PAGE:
Smartphone video journalism for everyone
Someone once said the best camera is the one with you. I agree. There are many advanced professional cameras in the market, but all too often, the perfect video or still photographic opportunity slips away from us because we did not have a camera with us. Or did we?
DSLRs, especially full frame ones, are great for image quality, have tons of accessories, but are extremely heavy to lug around, and use it continuously for the average person. Not all of us are professional photographers, nor do we want to. And if you are, like me, into using the DSLR for HD videography, then using a heavy DSLR for video is even more strenuous then using the DSLR for stills.
Therefore, if we are into seizing the video (or still) opportunity whenever or wherever we may be, then the only camera we often carry with us, is our smartphone.
You may be using an iOS, Android, or Windows Phone 8 smartphone. Any smartphone with a good quality camera is the one you want, especially if it comes with good video and still photography features. Software-based effects are not that important, because we are talking about video journalism, not special effects. If you are still in the market looking for the best smartphone for mobile videography, then you are in luck. For example, the Nokia Lumia 920 is a smartphone with great optical qualities, including image stabilization. You can also attach an external microphone for better audio capture. You can also use some of the Android or iOS smartphones with good optics. It is not about the megapixels alone. Look closely at how well the optics would perform in a variety of lighting conditions, whether under bright sunlight, dim lighting, moving objects, backlight situations, and other common video or photography challenges.
Next, remember to hold the camera horizontally. All too often, I have seen videos captured in the vertical format, which is incompatible with how videos should be - horizontal. It is alright to hold your smartphone upright if you are shooting stills, such as portraiture. But if you are into video journalism, please remember to hold your smartphone horizontally. You haven't seen TV images "tall" have you?
Holding a smartphone momentarily just to snap a still image is easy. But holding it horizontally to shoot a longer video feature, becomes a bit uncomfortable over time. It is easier to treat your smartphone as a video camera, and mount it either on a tripod, or with a rig. There are small adapters which can mount your smartphone onto tripods. There are also more elaborate products, such as those from Phocus.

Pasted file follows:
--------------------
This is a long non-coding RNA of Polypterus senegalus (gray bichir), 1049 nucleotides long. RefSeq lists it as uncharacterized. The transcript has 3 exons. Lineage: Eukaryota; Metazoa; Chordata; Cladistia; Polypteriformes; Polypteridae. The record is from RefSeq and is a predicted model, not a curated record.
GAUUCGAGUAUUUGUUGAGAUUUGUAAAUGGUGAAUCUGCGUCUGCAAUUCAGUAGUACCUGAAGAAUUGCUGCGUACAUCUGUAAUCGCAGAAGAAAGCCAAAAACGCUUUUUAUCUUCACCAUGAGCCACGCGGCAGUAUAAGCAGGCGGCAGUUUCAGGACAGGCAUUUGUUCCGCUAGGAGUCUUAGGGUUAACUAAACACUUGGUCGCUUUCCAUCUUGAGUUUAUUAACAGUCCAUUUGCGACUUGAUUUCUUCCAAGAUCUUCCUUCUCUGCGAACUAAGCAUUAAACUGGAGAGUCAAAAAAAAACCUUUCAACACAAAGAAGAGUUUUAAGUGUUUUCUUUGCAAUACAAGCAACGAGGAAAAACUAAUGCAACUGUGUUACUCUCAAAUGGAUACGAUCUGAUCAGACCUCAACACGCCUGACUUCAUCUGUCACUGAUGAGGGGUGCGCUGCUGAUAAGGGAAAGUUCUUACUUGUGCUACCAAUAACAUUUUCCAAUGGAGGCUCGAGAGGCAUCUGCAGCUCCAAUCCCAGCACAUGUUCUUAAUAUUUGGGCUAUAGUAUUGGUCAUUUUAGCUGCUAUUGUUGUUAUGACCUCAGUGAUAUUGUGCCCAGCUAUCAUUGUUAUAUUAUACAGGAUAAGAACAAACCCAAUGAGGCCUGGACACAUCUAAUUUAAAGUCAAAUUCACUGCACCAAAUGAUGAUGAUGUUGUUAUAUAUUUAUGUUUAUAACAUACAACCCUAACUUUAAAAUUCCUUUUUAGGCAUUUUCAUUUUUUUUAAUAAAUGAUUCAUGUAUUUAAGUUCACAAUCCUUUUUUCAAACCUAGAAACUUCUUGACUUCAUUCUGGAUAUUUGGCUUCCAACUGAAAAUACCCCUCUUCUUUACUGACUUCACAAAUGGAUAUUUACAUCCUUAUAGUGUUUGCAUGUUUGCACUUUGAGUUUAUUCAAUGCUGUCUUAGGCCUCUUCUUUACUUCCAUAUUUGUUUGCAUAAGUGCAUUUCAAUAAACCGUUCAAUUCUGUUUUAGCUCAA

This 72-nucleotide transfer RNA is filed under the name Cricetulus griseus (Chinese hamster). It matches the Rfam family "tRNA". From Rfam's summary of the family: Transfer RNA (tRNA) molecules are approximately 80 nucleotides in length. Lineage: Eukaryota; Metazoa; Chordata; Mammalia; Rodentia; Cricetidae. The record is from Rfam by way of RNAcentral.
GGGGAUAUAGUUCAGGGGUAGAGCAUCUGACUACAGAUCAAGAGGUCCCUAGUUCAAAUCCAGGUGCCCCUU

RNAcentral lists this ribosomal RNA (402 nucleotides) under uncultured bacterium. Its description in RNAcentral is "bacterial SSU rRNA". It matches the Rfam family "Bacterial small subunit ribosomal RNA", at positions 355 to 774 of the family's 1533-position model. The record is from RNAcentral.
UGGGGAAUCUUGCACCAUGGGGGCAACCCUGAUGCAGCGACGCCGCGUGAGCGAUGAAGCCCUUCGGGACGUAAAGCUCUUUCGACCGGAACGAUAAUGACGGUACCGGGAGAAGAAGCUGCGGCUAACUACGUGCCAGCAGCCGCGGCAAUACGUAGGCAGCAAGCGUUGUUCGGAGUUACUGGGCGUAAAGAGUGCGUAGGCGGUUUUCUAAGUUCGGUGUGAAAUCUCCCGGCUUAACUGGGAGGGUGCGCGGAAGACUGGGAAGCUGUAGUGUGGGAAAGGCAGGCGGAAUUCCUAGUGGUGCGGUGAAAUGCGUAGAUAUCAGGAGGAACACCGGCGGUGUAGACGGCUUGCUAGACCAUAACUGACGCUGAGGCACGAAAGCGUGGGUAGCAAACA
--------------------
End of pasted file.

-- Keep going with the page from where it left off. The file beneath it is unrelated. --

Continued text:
There are stabilizer rigs that would make your smartphone behave like a "steadycam"-like camera, or handheld rigs that simply allow you to hold your smartphone more like how you would hold a boom microphone. Any stabilizer device that allows you to hold your smartphone more ergonomically to use it over a period of time, is better than trying to hold it with your fingers alone.
Most smartphones do not have optical zoom lenses, or detachable lenses. They usually have a wide-angle fixed lens, with lousy depth of field (DOF). This means that your videos will not approximate the kind you can achieve with a high-end video camera with shallow DOF lenses, or even a HD DSLR with detachable prime lenses with great f-stops to achieve that shallow DOF effect. But all is not lost. You can attach third-party optics to your smartphone, giving it telephoto or even macro capabilities (at the expense of bulk and size of course). Otherwise, observe old-school video and still photography values: Walk closer to an object or subject if you want to "zoom closer", and walk farther away if you want to have a wider view. Do also remember that most smartphones have wide-angle lenses, which means you have to go very close to a person to get a close-up or extreme close-up view, and invariably, distorting the features of the face. In such scenarios, see if you can invest in add-on telephoto lenses to allow you to film further from your subject.
Audio recording on a smartphone, especially from a distance, will be usually noisy, even though some smartphones feature noise-isolation features for voice calls. In such instances, attach third-party external microphones through the 3.5mm audio jack of your smartphone. If you can, use a wired powered microphone for video interviews, since the microphone can be held as close to your subject as possible, akin to how ENG broadcast journalists record their sounds. If you cannot use a wired microphone, find a third-party "shotgun" microphone, and mount it on your smartphone or get a small rig to mount the shotgun microphone on it with your smartphone. The setup won't be as small as a mere smartphone, but the setup will allow you to capture better quality audio and offer you the option of a more stable camera setup as well.
All in all, even with all the equipment you need to lug around with a smartphone as the primary imaging device, you will still be carrying much less than someone who has to carry a large HD DSLR or video camera. This offers you, the mobile video journalist or communication professional, every opportunity to grab an interview, to upload to your social media and online video channels, as soon as you can. That is sometimes, the difference between a real news scoop, versus a "me too" segment that trails the others.
And if you think that great cinematography is a byproduct only of expensive cameras, think again. Director Hooman Khalili hacked together the Nokia N8 to shoot an indie feature film called "Olive". Great cinematography is about a great story, and how it is beautifully told from the heart.
Watch the trailer.